Book review: Gardening Complete by Authors of Cool Springs Press.

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Gardening Complete: How to Best Grow Vegetables, Flowers, and Other Outdoor Plants – Authors of Cool Springs Press (George Weigel, Katie Elzer-Peters, Lynn Steiner, Dr. Jacqueline A. Soule, Jessica Walliser, Charlie Nardozzi, Rhonda Fleming Hayes, and Tara Nolan) – 2018 Quarto Publishing Group USA Inc., Minnesota

I ♥ the concept of this book! Take eight highly knowledgeable and experienced garden experts and get them to write individual chapters covering essential gardening topics and bundle it all into one comprehensive volume. Everything you need to know to start a new garden or refresh a mature one is here: understanding soil, managing weeds, planting, watering, fertilizing, pruning, composting, mulching, propagation, and harvesting. The detailed, accessible writing and sumptuous photography make this book a delight to browse AND the kind of reference you’ll find yourself going back to over and over again. The design chapters are also highly useful, addressing native plants, water-wise gardening, pollinator-friendly landscapes, and container and raised bed set-ups.  This is a well-researched and beautifully-presented project – definitely a recommended read!

*Quarto Publishing Group generously provided me with a copy of Gardening Complete; as always, my opinions about the book are my own.

Tuesday tidbits.

If you love peonies, this post about “peony anatomy” may be of interest. Or you can just ogle the beautiful photos. Either way, it’s a win.

I found a really cool site containing microscope photography by Dr. Gary Greenberg – my favourite pics are of the jewel-like sand grains, here, but the whole gallery is worth a gander.

Yummy recipe alert: these muffins are tops!  Except I didn’t have ube and substituted yellow-fleshed sweet potatoes…plus, I didn’t add walnuts due to my allergies, and I skipped the glaze, as it really isn’t necessary and sort of makes them cupcakes instead of muffins, doesn’t it? They’re sweet enough as they are, but the glaze would make them special-occasion-worthy: like a “I managed to get out of bed this morning to go to work, so let’s celebrate!” kind of muffin/cupcake/whatever.

Even if you’re not a fan of Martha Stewart, her latest book Martha’s Flowers is absolutely droolicious (drooleriffic?). I know, I’m making words up here but there aren’t sufficient superlatives in the English language to describe the photography and artful styling in this book.  If you can get your hands on a copy from your local library, do treat yourself.  I haven’t even gotten around to reading the text yet (ahem) as I keep staring at the photos and stammering out awe-struck gibberish.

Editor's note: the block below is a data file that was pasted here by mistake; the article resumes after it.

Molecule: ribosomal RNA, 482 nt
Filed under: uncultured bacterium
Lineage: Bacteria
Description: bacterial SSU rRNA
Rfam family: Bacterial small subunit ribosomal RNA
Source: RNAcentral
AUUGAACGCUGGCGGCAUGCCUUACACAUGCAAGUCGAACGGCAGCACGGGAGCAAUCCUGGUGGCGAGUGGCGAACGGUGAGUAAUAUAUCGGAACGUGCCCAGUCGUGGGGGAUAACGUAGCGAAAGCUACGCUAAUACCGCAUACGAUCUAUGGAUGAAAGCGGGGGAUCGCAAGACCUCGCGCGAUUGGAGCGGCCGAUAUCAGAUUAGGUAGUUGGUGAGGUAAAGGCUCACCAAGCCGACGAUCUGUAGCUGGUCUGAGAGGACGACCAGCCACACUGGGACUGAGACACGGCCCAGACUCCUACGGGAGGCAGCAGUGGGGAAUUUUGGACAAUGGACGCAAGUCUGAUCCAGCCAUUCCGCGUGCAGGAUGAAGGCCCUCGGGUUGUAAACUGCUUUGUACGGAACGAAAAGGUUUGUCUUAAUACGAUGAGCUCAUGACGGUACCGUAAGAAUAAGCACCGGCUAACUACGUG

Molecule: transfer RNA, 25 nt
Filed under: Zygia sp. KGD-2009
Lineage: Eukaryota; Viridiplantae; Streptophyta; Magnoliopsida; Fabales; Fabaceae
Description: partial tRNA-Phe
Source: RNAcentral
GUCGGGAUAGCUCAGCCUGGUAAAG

From the Boast and Braggart files…a couple of articles I wrote about herb gardening have been recently published: “Tea Time: Growing Herbs for Tisanes” appears in the Winter 2018 issue of Archive magazine, and “Designing a Meadow Garden” is featured in the Winter issue of Herb Quarterly.

Have a wonderful week!

Book review: Practical Organic Gardening by Mark Highland.

Practical Organic Gardening: The No-Nonsense Guide to Growing Naturally – Mark Highland (2017, Cool Springs Press, an imprint of The Quarto Group, Minnesota)

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Gardening is all about inputs (and, obviously, outputs): you need the water, nutrients, light, soil, seeds/cuttings/transplants, and a bunch of elbow grease and sweat and love and passion to reap the rewards.  I’m thinking that most gardeners have substantial overflowing reservoirs of passion and love for their plants, but I’d argue that one of the most important of the remaining inputs is soil.  Specifically, healthy soil.

Which brings me to one of my favourite aspects of Mark Highland’s new book Practical Organic Gardening: The No-Nonsense Guide to Growing Naturally.  He talks a lot about soil (he does, after all, own a soil company in the United States).  More importantly, he stresses how to respect instead of work the soil – a statement which really aligns with my whole abject laziness when it comes to that elbow grease expenditure.  I can respect with the best of them!  Seriously, however, his discussion of the significance of the relationship between the microbial activity in the soil and organic gardening/no-till (or low-till) principles is one many gardeners may be interested in.  No matter if you garden organically or not, knowing something about the biological and physical properties of your soil will help you offer the very best for your plants. And understanding how to conserve your soil brings your garden closer to sustainability.

When he’s not presenting valuable tips about boosting soil health, Highland covers everything from irrigation and siting, to amendments and mulching, and using organic controls within Integrated Pest Management.  He talks about food forests and mushroom farming.  He offers solutions for container and raised bed gardening, and explores xeriscaping design.  He wades into the lawn/no lawn debate. Chapters explore planning your garden, seed starting, and vegetative propagation.

With its accessible layout, excellent photography, and straightforward, experienced voice, Practical Organic Gardening is comprehensive and highly informative; I can easily see this as a go-to manual for both novice and experienced organic gardeners.

*Quarto Publishing Group generously provided me with a copy of Mark Highland’s Practical Organic Gardening; as always, my opinions about the book are my own.